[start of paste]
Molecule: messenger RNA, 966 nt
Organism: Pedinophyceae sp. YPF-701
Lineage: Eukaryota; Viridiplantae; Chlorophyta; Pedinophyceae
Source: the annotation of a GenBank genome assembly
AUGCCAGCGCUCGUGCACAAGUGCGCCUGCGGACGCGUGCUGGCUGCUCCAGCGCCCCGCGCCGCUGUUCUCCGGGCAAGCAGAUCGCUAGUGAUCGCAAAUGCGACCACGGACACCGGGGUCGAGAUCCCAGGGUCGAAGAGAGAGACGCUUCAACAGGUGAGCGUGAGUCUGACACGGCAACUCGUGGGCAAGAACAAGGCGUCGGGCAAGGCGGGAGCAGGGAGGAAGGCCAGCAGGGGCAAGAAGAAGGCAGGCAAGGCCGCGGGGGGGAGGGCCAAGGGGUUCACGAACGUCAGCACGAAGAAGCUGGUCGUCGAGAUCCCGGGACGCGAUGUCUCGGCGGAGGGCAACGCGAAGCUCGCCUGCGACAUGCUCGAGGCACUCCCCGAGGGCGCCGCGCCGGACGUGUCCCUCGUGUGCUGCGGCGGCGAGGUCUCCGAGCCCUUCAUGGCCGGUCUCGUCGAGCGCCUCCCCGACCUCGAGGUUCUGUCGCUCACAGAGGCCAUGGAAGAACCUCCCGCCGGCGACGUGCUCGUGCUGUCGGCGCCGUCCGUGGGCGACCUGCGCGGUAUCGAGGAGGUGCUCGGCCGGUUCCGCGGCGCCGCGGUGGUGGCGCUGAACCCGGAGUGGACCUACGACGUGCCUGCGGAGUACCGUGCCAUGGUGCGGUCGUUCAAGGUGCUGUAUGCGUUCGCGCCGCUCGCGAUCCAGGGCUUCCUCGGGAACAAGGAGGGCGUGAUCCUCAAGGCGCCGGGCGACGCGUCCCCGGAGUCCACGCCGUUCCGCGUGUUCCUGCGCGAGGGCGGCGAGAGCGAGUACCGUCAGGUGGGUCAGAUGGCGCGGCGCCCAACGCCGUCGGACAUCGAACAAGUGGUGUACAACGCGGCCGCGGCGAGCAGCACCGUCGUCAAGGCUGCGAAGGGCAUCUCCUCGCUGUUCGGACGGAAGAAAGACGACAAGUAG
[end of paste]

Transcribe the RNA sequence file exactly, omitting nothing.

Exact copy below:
Molecule: messenger RNA, 966 nt
Organism: Pedinophyceae sp. YPF-701
Lineage: Eukaryota; Viridiplantae; Chlorophyta; Pedinophyceae
Source: the annotation of a GenBank genome assembly
AUGCCAGCGCUCGUGCACAAGUGCGCCUGCGGACGCGUGCUGGCUGCUCCAGCGCCCCGCGCCGCUGUUCUCCGGGCAAGCAGAUCGCUAGUGAUCGCAAAUGCGACCACGGACACCGGGGUCGAGAUCCCAGGGUCGAAGAGAGAGACGCUUCAACAGGUGAGCGUGAGUCUGACACGGCAACUCGUGGGCAAGAACAAGGCGUCGGGCAAGGCGGGAGCAGGGAGGAAGGCCAGCAGGGGCAAGAAGAAGGCAGGCAAGGCCGCGGGGGGGAGGGCCAAGGGGUUCACGAACGUCAGCACGAAGAAGCUGGUCGUCGAGAUCCCGGGACGCGAUGUCUCGGCGGAGGGCAACGCGAAGCUCGCCUGCGACAUGCUCGAGGCACUCCCCGAGGGCGCCGCGCCGGACGUGUCCCUCGUGUGCUGCGGCGGCGAGGUCUCCGAGCCCUUCAUGGCCGGUCUCGUCGAGCGCCUCCCCGACCUCGAGGUUCUGUCGCUCACAGAGGCCAUGGAAGAACCUCCCGCCGGCGACGUGCUCGUGCUGUCGGCGCCGUCCGUGGGCGACCUGCGCGGUAUCGAGGAGGUGCUCGGCCGGUUCCGCGGCGCCGCGGUGGUGGCGCUGAACCCGGAGUGGACCUACGACGUGCCUGCGGAGUACCGUGCCAUGGUGCGGUCGUUCAAGGUGCUGUAUGCGUUCGCGCCGCUCGCGAUCCAGGGCUUCCUCGGGAACAAGGAGGGCGUGAUCCUCAAGGCGCCGGGCGACGCGUCCCCGGAGUCCACGCCGUUCCGCGUGUUCCUGCGCGAGGGCGGCGAGAGCGAGUACCGUCAGGUGGGUCAGAUGGCGCGGCGCCCAACGCCGUCGGACAUCGAACAAGUGGUGUACAACGCGGCCGCGGCGAGCAGCACCGUCGUCAAGGCUGCGAAGGGCAUCUCCUCGCUGUUCGGACGGAAGAAAGACGACAAGUAG